Other research includes this paper on accruals and earnings quality, and the work of John R. Mills and Jeanne H. Yamamura on various cash flow metrics. Note that Mills & Yamamura were more focused on solvency than on stock price, but solvency risk is an important metric for longer-term traders.
These are all purely Fundamental factors mentioned thus far. Inside the "Accrual Anomaly" also touched on the "book to market ratio" (known to most of us as Price/Book or PB) as an anomaly (a FundaTechnical factor), small cap size and listing on the Nasdaq as predictors of outperformance (both Technical factors), and various observations related to mergers and divestitures (I would call these Fundamentals).
The point I'm making here is that, if carefully read, much academic literature can provide clues to the edge that I am seeking when designing a trading system.
For example, hidden in the appendix of a paper supposedly about 130/30 funds' advantages over long-only funds was a six-factor model that, on a long-only model, significantly outperformed the Russell 1000 or the EAFE if applied internationally. They used earnings estimates revisions (Fundamental), long-term price momentum (Technical), ratios of Price to Cash Flow, Book, and Sales (all FundaTechnical), and Share Decrease (?!?) in their model. Returns for the long-only model were 18% annualized versus 11% annualized in domestic U.S. stocks, over the period of 1994 through 2006. Note that this is basically just a "value" model with a momentum overlay! I find the use of Share Decrease (representative of buybacks) more than a tad interesting. Is it only a Technical item? Or is it Fundamental, or related to a Fundamental? I could make the argument that a company which can afford to buy back its own shares is probably a company that isn't relying on accrual accounting to "juice" its earnings, and certainly isn't a company reliant on cash from selling shares in order to "book" a profit. Now, whether the buyback is internally financed or debt-financed may be a matter that needs looking into, but in aggregate, it appears to be a valid factor.
Tweedy, Browne has assembled a list of things that "work" in investing, given their "value" perspective and longer holding time. Here is some return data for one of Tweedy's funds.
Joseph Piotroski has documented several fundamental factors that influence future stock prices, including improvements in Current Ratio and improvements in Return on Assets.
The Magic Formula, used by Joel Greenblatt, is the combination of a Fundamental (Return on Invested Capital) with a FundaTechnical (Earnings Yield, or the inverse of the Price/Earnings ratio). You can buy his book from his site.
The MarketThoughts Forums have a multitude of links on finding methodologies that produce an edge. Here is one thread with a collection of links, and there is an entire section of the forum devoted to research papers, articles, and speeches, many of which are related to stock market anomalies.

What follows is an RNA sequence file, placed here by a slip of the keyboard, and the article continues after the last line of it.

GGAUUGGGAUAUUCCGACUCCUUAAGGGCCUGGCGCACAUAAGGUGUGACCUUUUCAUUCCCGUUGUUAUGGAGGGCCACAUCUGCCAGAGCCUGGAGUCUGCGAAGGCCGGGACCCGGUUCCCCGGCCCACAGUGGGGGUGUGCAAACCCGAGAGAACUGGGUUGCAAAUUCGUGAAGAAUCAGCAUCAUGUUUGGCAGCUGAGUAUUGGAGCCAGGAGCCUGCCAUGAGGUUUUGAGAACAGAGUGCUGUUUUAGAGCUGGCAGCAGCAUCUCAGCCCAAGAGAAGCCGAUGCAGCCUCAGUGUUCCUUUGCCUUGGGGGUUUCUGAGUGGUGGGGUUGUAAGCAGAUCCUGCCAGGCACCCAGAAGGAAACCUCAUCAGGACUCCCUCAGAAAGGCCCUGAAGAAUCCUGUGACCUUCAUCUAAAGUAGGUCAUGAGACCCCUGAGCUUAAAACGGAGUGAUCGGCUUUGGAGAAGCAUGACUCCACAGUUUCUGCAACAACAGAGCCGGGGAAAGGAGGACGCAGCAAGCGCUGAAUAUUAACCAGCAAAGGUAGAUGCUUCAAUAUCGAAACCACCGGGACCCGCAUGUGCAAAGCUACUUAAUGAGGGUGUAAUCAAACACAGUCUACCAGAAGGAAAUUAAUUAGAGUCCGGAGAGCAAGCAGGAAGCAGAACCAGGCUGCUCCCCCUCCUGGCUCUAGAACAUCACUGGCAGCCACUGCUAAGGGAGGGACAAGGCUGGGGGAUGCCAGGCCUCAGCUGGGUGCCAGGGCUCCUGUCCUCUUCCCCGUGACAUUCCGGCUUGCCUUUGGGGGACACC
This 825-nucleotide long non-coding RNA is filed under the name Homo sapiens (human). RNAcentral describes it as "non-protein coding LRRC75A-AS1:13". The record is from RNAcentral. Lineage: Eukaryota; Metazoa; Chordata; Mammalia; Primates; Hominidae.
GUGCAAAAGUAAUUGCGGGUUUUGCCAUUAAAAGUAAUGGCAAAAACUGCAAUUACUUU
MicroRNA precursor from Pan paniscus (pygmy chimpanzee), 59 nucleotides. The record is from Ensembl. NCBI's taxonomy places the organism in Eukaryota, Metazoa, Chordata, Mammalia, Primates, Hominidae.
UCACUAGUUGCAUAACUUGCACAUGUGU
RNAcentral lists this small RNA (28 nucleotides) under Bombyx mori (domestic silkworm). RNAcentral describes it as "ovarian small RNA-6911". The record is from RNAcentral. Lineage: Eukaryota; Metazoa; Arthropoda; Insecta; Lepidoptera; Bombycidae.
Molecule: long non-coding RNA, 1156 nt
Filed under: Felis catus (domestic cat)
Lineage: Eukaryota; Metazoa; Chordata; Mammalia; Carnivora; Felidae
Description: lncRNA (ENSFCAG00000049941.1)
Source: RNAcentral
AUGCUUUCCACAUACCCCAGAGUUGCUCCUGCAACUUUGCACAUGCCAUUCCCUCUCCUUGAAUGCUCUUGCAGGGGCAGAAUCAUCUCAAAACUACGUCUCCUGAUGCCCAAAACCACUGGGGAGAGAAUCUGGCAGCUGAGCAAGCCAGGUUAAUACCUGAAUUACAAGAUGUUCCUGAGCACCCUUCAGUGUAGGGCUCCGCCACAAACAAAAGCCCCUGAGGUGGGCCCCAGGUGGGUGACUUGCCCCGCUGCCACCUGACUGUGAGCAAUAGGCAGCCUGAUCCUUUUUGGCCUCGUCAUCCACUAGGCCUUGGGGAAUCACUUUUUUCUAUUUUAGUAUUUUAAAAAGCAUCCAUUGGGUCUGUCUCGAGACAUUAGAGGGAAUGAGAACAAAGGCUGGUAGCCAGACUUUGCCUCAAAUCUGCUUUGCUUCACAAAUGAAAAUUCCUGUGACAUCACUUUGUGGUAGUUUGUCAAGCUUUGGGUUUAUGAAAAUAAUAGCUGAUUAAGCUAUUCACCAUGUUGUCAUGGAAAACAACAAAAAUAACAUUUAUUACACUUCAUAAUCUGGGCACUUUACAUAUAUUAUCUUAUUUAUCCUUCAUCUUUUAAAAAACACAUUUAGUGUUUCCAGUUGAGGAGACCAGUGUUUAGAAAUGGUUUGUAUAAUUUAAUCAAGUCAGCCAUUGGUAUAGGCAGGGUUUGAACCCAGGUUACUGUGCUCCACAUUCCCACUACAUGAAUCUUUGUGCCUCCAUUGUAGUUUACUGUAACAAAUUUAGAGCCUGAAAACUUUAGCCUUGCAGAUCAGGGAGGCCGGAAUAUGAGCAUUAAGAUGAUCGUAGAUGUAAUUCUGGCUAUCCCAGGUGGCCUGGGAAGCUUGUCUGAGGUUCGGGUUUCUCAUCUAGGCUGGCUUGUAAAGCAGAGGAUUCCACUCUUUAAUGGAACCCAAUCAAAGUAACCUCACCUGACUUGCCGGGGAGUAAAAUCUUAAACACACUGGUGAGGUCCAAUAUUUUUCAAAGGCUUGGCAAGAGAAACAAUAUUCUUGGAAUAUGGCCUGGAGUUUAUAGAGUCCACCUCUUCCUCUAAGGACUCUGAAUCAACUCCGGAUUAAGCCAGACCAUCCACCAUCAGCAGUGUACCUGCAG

This is nowhere near a comprehensive list of research, and it's not intended to be. I am simply trying to get the point across, that there are – and have been for many years – documented empirical methodologies that lead to outperformance when applied to stock trading. Not only is the research available free (!) in many cases, even when it needs to be purchased, it is still OUT THERE waiting for me to use it!
Every once in a while, I put for the argument for using publicly documented "anomalies" to find a trading edge, and hear the myth of efficient markets writ large by those who respond, "if a system works, then everyone will use it, and then it will stop working." People who say that are not serious students of the market. Indeed, Joel Greenblatt exposed the real reason why good systems will always work when he disclosed his own system - basically, good systems will always work in the long term because they can't always work in the short term, and thus never get the market inefficiencies they rely on arbitraged away. Another way of saying this is that "folks are folks," and all successful systems are dependent upon human nature, which never changes.
Ben Graham's methods have been in backtest by the AAII for several years – here's a chart of their performance. It seems to me as if a system that was publicly disclosed in the first half of the last century is still working today; and if you read "The Intelligent Investor" you'll see that the systems described by Graham are very mechanistic in nature.
The best way to find an edge to build a system around is to start with publicly available research!